I am a pediatric cardiologist and have cared for children with heart disease for the past three decades. In addition, I have an educational background in business and finance as well as healthcare administration and global health – I gained a Masters Degree in Public Health from UCLA and taught Global Health there after I completed the program.
“The present framework is designed so that AI systems, that have been shown to be safe, effective, and where potential bias has been mitigated, and developed under an ethical framework, can be priced and reimbursed at a sustainable level, with multiple “guardrails” overseen by all stakeholders that enforce ethical principles overseen by regulators, providers, and patient organizations. The resulting reimbursement allows for sustainable, predictable financial incentives for AI creators, and continued research.”
Dr. Michael Abramoff, IDX-DR inventor
Artificial intelligence-enabled devices have undergone a Cambrian exponential increase in number and scope in the past few years. Since late 2020, the US Centers for Medicare and Medicaid Services (CMS) announced coverage provision for AI-specific CPT code and also the creation of the first New Technology Add-On Payment (NTAP) for an AI device. Following this historical development to pay for AI-enabled services, payers are starting to reimburse AI services for use of image-based AI tools.
The paper lists AI devices that are currently reimbursed by US Medicare in Table 1 (best known are the viz.ai and its Viz LVO and Viz SDH tools and the IDX-DR AI tool). The authors present five possible strategies for payment of artificial intelligence in medicine:
- Forgoing separate reimbursement of AI devices
- Incentivizing outcomes (instead of volume)
- Utilizing advance market commitments for new AI solutions
- Time-limited reimbursements for new AI applications
- Rewarding interoperability and bias mitigation.
One additional possible reimbursement strategy could be percentage of cost savings as well as a dividend for quality improvement as a combined payment since AI can potentially reduce time to diagnosis and therapy.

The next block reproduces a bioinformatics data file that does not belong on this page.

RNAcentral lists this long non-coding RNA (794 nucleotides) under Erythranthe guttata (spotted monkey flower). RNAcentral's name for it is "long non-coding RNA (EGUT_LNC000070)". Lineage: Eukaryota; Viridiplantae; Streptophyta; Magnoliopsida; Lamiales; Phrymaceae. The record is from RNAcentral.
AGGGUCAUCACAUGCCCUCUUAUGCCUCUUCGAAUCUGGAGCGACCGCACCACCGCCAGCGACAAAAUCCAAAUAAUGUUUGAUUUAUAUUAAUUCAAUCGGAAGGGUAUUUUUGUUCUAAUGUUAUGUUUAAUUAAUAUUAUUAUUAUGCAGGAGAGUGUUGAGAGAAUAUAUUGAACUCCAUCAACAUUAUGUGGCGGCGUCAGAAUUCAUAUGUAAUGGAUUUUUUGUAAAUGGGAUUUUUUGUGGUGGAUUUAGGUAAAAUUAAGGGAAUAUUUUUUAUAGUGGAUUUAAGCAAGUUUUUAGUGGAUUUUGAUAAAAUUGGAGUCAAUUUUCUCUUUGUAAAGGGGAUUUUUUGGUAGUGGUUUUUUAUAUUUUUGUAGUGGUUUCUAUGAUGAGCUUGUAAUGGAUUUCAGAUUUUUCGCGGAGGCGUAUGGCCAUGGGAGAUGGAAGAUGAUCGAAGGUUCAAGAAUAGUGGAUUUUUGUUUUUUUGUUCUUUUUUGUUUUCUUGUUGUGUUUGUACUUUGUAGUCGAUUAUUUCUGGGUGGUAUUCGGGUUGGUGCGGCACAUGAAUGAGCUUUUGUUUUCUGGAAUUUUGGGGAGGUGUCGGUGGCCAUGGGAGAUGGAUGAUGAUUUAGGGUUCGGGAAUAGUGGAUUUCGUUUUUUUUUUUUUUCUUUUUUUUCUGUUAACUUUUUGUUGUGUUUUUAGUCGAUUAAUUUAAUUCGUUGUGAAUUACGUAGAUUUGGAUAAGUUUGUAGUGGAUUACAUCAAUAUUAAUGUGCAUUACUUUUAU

Of course any combination of the aforementioned strategies can be a “meta” strategy. The authors also suggest strategic design of AI and its payment to improve patient outcomes while maximizing cost-effectiveness and equity. This last statement is perhaps unfair for AI given that the entire health system is full of inefficiencies.
In other words, AI alone should not be at the forefront to yield this dividend without accompanying administrative measures. There is a possibility that CMS followed by payers will finally achieve a value-based care arrangement within a decade. Perhaps the future financial model should be based on AI as a service for entire sectors of the health system with patient outcome as the key driver rather than single-use reimbursements for every instance.
AI, therefore, can be at the collision point with a paradigm shift in healthcare: value-based care instead of fee for service. AI embedded into all sectors of healthcare can potentially be the strategy to finally achieve the Quintuple Aim, and the challenge is to devise payment schemes to allow healthcare to get to this healthcare nirvana.
Read the full paper here: https://www.nature.com/articles/s41746-022-00609-6